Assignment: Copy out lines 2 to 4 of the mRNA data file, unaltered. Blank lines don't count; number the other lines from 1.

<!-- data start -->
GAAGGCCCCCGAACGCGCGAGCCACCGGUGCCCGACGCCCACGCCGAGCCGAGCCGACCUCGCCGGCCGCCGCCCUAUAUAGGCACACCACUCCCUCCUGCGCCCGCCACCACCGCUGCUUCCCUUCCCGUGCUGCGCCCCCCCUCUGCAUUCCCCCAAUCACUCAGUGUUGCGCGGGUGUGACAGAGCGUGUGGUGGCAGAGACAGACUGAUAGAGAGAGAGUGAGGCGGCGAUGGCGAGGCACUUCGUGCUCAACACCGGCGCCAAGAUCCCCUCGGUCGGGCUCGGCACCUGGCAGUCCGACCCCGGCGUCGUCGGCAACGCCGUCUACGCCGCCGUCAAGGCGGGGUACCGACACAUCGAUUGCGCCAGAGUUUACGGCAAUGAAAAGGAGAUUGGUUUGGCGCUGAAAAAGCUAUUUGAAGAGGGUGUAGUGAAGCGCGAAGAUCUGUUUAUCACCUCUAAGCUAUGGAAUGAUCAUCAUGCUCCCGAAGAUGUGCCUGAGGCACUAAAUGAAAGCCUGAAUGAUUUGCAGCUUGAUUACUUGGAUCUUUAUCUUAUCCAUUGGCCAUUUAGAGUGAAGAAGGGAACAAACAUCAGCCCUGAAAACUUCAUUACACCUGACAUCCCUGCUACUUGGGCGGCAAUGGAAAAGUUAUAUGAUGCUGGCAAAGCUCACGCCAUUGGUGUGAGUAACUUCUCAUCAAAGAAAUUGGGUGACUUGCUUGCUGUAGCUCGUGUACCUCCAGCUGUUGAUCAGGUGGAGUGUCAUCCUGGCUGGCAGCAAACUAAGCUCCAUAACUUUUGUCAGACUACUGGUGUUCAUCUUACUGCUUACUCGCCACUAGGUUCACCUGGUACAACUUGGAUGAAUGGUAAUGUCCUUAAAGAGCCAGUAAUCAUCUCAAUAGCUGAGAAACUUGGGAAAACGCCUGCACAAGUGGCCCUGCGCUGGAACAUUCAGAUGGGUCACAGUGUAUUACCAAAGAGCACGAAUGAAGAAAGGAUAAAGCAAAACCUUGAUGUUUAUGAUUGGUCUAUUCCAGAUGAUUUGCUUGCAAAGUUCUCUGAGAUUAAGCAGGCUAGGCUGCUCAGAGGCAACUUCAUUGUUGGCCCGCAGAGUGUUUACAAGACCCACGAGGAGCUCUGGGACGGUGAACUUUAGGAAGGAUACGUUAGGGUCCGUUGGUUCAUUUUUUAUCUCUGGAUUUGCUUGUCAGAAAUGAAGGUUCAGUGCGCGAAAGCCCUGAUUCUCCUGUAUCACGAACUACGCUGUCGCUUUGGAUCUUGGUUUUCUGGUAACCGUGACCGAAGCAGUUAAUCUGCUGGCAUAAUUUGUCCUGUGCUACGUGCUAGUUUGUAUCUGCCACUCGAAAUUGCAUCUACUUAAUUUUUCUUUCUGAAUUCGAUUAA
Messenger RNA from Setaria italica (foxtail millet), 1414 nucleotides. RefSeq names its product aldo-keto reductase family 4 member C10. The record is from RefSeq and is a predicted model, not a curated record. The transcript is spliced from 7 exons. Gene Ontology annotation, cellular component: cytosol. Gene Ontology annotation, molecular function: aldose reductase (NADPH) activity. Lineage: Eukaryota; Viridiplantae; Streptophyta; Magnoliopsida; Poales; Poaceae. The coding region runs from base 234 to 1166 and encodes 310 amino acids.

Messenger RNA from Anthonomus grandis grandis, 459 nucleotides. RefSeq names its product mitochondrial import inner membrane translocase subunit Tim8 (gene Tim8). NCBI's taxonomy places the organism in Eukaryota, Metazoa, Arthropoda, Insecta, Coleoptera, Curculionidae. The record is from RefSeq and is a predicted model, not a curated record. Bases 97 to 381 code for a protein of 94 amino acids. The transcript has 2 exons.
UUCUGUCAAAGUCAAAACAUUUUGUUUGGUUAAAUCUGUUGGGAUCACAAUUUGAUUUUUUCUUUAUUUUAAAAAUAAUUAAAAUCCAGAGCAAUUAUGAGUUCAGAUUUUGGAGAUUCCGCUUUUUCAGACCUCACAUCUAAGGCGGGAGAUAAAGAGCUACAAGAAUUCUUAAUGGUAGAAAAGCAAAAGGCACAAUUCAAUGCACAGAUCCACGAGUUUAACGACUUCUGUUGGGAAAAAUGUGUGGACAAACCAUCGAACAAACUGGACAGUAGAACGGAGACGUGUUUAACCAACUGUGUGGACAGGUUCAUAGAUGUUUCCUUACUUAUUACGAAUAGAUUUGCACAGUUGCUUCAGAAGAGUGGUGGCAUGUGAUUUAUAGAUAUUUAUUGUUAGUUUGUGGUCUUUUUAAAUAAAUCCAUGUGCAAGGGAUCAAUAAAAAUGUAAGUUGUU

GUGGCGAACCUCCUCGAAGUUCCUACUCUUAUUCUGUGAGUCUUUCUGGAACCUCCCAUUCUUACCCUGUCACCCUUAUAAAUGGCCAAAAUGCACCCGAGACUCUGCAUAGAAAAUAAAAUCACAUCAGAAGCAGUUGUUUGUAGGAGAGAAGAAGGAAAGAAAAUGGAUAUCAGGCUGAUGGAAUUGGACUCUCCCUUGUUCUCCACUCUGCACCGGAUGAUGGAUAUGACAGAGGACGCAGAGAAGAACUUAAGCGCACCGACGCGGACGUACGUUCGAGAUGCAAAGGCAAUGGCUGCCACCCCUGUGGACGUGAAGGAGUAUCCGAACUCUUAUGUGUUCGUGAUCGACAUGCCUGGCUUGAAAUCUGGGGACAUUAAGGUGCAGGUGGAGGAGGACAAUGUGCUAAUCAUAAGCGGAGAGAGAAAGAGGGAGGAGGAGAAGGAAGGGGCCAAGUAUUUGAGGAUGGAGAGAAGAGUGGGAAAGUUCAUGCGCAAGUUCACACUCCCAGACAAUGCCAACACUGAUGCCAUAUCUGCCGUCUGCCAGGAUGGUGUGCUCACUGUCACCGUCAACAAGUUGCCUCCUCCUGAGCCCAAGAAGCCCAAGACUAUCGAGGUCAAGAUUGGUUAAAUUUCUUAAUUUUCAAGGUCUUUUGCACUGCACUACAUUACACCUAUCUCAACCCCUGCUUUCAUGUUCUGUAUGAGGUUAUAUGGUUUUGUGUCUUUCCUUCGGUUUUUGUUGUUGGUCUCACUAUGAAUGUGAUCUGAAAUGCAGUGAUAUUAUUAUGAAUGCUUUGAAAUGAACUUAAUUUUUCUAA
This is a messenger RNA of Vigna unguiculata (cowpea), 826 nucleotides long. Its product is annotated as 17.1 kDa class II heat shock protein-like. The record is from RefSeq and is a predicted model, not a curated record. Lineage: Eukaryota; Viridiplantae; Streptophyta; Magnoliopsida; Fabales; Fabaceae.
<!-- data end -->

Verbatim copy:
Messenger RNA from Setaria italica (foxtail millet), 1414 nucleotides. RefSeq names its product aldo-keto reductase family 4 member C10. The record is from RefSeq and is a predicted model, not a curated record. The transcript is spliced from 7 exons. Gene Ontology annotation, cellular component: cytosol. Gene Ontology annotation, molecular function: aldose reductase (NADPH) activity. Lineage: Eukaryota; Viridiplantae; Streptophyta; Magnoliopsida; Poales; Poaceae. The coding region runs from base 234 to 1166 and encodes 310 amino acids.

Messenger RNA from Anthonomus grandis grandis, 459 nucleotides. RefSeq names its product mitochondrial import inner membrane translocase subunit Tim8 (gene Tim8). NCBI's taxonomy places the organism in Eukaryota, Metazoa, Arthropoda, Insecta, Coleoptera, Curculionidae. The record is from RefSeq and is a predicted model, not a curated record. Bases 97 to 381 code for a protein of 94 amino acids. The transcript has 2 exons.
UUCUGUCAAAGUCAAAACAUUUUGUUUGGUUAAAUCUGUUGGGAUCACAAUUUGAUUUUUUCUUUAUUUUAAAAAUAAUUAAAAUCCAGAGCAAUUAUGAGUUCAGAUUUUGGAGAUUCCGCUUUUUCAGACCUCACAUCUAAGGCGGGAGAUAAAGAGCUACAAGAAUUCUUAAUGGUAGAAAAGCAAAAGGCACAAUUCAAUGCACAGAUCCACGAGUUUAACGACUUCUGUUGGGAAAAAUGUGUGGACAAACCAUCGAACAAACUGGACAGUAGAACGGAGACGUGUUUAACCAACUGUGUGGACAGGUUCAUAGAUGUUUCCUUACUUAUUACGAAUAGAUUUGCACAGUUGCUUCAGAAGAGUGGUGGCAUGUGAUUUAUAGAUAUUUAUUGUUAGUUUGUGGUCUUUUUAAAUAAAUCCAUGUGCAAGGGAUCAAUAAAAAUGUAAGUUGUU